Human brain is wired to be lazy, is attracted to sedentary behaviour
Are you struggling to get moving? The reason could be that you are programmed to do so. A new study shows that our brains may simply be wired to prefer lying on the couch and that human brains work harder to pick physical activity over relaxation.
Some people are often called lazy, because of their brains, say researchers who found that our brain is innately attracted to sedentary behaviour. The findings, led by researchers from the University of British Columbia (UBC) in Canada, suggest that our brains may simply be wired to prefer lying on the couch and that human brains work harder to pick physical activity over relaxation.
“We knew from previous studies that people are faster at avoiding sedentary behaviours and moving towards active behaviours,” said Matthieu Boisgontier, a postdoctoral researcher at UBC. “The exciting novelty of our study is that it shows this faster avoidance of physical inactivity comes at a cost — and that is an increased involvement of brain resources. These results suggest that our brain is innately attracted to sedentary behaviour,” Boisgontier said.
For the study, published in the journal Neuropsychologia, the team recruited young adults, and made them sit in front of a computer, and gave them control of an on-screen avatar. They then flashed small images, one a time, that depicted either physical activity or physical inactivity. Subjects had to move the avatar as quickly as possible towards the pictures of physical activity and away from the pictures of physical inactivity — and then vice versa. Meanwhile, electrodes recorded what was happening in their brains.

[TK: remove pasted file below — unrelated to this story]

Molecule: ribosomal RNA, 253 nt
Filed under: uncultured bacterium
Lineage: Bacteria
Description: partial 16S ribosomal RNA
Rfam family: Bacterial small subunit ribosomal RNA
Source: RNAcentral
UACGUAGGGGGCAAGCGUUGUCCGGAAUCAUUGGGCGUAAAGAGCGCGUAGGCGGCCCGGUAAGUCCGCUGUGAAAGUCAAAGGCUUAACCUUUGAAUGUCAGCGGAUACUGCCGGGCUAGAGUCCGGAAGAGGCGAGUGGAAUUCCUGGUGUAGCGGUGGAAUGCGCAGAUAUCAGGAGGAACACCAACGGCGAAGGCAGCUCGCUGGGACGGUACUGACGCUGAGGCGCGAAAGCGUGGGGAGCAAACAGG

Participants were generally faster at moving toward active pictures and away from lazy pictures, but brain-activity read-outs called electroencephalograms showed that doing the latter required their brains to work harder. Boisgontier noted that the failure of public policies to counteract the pandemic of physical inactivity may be due to brain processes that have been developed and reinforced across evolution.
However, the question is whether people’s brains can be re-trained or not. “Anything that happens automatically is difficult to inhibit, even if you want to, because you don’t know that it is happening. But knowing that it is happening is an important first step,” Boisgontier said.
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